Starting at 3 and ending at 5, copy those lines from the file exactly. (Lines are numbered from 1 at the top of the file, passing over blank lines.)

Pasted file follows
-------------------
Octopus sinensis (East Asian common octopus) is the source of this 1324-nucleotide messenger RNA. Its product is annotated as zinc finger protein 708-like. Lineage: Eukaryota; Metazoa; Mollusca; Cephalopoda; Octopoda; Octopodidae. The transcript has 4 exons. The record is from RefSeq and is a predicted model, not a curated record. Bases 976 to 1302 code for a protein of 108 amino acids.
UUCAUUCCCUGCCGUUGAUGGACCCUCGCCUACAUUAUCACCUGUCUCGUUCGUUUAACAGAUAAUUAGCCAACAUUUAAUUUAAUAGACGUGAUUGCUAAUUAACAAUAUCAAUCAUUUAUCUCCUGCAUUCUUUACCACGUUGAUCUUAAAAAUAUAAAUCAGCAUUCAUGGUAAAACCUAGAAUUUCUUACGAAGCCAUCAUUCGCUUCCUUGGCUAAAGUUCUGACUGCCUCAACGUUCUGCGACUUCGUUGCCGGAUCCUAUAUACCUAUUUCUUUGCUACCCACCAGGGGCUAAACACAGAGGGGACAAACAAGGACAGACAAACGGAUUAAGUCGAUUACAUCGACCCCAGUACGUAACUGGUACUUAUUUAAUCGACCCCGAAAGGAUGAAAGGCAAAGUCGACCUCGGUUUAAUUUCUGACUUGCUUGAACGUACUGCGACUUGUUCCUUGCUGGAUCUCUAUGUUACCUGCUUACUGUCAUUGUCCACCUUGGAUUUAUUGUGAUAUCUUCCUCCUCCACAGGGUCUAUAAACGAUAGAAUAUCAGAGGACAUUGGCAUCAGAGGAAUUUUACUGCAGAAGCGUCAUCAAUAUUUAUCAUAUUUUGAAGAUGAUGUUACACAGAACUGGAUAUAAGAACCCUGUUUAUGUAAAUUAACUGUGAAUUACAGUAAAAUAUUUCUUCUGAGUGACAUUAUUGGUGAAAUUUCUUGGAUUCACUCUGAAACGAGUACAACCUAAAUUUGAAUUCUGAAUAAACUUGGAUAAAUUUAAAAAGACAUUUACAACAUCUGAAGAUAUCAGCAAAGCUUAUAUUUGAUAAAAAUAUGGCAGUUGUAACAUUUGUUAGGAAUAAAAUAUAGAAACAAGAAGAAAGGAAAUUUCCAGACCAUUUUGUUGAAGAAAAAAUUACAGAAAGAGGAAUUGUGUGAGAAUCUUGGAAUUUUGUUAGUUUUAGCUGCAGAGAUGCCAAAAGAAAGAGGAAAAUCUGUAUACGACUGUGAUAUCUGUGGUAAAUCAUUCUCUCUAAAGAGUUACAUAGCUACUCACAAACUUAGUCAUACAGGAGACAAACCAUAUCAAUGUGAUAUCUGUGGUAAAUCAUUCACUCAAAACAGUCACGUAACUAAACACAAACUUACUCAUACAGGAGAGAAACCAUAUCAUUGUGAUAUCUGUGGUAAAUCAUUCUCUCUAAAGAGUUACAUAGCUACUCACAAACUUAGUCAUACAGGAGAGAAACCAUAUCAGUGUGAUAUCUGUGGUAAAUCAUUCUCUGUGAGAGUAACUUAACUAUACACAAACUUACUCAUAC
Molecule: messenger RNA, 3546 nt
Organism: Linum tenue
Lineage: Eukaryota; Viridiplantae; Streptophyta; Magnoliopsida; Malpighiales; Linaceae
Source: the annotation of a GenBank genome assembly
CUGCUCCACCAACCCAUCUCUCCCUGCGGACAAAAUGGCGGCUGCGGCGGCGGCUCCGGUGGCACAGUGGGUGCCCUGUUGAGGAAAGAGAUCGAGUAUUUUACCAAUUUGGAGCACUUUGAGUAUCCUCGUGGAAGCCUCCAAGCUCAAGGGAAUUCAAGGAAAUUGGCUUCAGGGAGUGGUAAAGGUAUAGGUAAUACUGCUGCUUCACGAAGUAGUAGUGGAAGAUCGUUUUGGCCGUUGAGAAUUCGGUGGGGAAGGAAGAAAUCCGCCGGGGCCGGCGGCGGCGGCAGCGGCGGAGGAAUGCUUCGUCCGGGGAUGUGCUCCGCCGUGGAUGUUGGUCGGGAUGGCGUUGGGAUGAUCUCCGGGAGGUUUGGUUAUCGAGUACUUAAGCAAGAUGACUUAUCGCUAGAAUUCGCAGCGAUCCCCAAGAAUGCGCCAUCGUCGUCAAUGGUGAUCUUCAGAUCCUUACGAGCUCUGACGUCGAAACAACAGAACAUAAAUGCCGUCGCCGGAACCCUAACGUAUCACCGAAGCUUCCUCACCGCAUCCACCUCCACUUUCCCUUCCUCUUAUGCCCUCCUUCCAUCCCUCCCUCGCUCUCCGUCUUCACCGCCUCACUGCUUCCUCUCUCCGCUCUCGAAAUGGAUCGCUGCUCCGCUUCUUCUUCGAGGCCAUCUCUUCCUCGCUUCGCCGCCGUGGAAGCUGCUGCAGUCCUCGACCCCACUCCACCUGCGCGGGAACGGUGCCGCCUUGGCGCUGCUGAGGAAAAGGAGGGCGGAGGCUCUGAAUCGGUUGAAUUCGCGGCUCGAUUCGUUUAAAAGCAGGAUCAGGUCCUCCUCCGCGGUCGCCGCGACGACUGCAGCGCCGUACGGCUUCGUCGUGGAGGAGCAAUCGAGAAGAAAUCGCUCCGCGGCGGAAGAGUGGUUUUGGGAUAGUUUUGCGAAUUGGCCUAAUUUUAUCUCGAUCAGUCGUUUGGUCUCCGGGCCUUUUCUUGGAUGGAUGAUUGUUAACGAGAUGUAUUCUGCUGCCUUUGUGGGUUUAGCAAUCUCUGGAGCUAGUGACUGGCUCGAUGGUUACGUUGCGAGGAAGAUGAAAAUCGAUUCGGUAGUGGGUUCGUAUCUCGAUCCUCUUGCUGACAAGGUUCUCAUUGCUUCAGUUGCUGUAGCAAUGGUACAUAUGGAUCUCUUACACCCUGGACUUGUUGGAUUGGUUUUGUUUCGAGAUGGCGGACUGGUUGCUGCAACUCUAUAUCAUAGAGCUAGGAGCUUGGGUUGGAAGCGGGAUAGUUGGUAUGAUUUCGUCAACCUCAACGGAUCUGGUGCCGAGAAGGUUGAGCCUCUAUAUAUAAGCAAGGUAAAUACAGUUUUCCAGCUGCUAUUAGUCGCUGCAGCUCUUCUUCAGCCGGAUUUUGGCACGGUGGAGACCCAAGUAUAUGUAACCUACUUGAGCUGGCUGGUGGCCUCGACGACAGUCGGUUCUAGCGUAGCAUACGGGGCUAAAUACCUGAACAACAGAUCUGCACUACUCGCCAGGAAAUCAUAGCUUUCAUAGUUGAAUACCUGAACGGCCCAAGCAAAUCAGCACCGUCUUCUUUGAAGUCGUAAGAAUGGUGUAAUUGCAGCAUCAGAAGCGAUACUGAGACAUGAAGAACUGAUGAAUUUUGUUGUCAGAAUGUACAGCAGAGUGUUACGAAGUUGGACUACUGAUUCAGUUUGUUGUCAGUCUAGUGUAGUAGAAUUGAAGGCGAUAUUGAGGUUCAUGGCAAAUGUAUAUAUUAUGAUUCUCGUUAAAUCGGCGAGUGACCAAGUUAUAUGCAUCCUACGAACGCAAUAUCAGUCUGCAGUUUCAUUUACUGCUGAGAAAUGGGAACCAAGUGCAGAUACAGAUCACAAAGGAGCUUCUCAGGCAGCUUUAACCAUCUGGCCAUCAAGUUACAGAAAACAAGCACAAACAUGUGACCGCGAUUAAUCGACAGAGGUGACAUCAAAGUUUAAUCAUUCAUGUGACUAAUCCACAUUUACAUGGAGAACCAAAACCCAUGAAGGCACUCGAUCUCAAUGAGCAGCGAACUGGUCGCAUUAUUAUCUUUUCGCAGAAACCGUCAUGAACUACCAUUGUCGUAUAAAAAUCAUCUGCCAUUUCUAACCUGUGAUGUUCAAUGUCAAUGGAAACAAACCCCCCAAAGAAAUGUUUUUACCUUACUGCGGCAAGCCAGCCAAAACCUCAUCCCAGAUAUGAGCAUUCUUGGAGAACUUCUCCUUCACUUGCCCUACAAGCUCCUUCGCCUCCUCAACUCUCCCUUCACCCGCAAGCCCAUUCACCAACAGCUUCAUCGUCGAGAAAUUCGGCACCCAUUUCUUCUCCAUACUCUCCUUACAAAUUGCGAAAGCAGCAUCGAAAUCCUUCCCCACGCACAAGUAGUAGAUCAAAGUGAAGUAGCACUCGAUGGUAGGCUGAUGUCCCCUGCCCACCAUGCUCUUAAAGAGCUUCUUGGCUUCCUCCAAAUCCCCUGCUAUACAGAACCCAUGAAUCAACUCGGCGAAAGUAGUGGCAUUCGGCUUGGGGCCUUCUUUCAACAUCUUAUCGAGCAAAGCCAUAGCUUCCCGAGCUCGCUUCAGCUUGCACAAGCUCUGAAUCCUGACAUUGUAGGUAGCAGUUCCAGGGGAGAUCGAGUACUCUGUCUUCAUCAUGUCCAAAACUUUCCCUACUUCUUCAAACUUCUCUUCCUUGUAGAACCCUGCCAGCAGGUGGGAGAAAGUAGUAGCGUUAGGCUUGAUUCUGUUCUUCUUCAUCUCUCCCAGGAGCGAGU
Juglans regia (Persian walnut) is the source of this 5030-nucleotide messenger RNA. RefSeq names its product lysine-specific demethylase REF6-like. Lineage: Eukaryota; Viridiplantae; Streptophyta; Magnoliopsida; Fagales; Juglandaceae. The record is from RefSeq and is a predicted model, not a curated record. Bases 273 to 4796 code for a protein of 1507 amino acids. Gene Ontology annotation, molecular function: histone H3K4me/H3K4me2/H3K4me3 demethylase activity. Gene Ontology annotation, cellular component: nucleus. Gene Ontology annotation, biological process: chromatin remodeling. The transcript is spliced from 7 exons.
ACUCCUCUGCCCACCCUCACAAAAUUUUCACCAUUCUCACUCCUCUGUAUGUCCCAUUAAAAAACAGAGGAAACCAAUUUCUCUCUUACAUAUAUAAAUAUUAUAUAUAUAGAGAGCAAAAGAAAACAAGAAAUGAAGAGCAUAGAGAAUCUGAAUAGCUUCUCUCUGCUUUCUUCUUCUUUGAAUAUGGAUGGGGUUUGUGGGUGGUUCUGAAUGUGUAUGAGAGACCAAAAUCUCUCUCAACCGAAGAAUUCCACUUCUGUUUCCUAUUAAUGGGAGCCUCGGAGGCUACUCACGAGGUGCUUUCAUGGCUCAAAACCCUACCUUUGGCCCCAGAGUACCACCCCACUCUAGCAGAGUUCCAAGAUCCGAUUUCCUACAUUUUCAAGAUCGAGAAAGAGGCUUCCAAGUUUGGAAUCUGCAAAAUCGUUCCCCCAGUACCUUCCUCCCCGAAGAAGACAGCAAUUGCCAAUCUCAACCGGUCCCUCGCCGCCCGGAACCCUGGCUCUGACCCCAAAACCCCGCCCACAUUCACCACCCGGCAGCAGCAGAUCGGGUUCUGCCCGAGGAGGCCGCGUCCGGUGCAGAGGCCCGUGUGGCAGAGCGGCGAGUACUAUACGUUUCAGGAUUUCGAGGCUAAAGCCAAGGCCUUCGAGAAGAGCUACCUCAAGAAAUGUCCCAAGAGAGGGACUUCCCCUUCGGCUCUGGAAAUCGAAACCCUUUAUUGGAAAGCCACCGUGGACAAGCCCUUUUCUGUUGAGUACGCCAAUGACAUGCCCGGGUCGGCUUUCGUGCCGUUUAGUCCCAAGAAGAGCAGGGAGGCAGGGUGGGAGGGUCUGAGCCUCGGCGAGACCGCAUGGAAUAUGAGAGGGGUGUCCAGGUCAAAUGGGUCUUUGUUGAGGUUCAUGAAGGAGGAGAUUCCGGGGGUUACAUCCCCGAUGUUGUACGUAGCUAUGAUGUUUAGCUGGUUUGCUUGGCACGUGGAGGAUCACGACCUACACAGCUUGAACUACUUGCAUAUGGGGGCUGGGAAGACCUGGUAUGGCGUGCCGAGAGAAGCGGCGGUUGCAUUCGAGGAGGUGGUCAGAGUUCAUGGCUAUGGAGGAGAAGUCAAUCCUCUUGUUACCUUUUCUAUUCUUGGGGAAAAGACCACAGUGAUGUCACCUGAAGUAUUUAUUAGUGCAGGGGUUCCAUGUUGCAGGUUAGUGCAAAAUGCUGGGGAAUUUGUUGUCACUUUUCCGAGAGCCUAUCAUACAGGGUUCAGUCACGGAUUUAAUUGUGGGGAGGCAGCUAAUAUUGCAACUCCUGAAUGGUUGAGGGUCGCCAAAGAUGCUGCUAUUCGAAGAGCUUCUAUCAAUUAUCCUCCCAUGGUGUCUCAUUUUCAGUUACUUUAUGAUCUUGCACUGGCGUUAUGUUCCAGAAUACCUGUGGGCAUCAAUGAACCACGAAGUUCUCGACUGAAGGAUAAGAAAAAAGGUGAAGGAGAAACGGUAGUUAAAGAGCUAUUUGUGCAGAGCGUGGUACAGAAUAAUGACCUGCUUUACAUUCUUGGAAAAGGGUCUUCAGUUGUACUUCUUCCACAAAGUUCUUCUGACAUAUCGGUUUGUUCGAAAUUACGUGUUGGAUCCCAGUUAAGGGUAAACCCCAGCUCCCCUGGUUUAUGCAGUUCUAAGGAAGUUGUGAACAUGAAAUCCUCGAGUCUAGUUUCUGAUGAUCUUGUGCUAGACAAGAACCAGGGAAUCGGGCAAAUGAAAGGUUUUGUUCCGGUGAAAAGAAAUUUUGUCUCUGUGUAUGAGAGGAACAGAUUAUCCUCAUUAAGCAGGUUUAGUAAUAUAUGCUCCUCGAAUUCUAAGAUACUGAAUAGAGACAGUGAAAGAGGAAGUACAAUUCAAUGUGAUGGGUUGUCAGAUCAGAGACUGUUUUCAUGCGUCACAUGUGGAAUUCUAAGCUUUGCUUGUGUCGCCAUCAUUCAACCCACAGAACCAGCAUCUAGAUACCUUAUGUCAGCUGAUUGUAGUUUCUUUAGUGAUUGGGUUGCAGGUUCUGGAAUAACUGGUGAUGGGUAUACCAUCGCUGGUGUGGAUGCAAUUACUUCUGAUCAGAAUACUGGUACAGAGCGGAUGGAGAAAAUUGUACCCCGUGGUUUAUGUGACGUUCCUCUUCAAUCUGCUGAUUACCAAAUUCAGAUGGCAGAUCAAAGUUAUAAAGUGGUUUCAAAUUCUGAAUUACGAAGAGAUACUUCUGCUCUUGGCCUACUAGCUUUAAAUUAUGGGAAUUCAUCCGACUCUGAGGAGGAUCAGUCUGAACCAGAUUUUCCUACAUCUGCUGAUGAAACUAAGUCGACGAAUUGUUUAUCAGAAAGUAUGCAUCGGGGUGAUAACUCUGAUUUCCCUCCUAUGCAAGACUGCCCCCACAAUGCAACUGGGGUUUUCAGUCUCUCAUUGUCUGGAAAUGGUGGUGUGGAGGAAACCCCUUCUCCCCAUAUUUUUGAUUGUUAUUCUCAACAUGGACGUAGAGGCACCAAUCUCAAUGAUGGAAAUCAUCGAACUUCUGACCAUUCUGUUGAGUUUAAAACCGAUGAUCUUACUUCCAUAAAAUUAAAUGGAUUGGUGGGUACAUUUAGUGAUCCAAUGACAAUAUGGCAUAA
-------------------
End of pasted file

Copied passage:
Molecule: messenger RNA, 3546 nt
Organism: Linum tenue
Lineage: Eukaryota; Viridiplantae; Streptophyta; Magnoliopsida; Malpighiales; Linaceae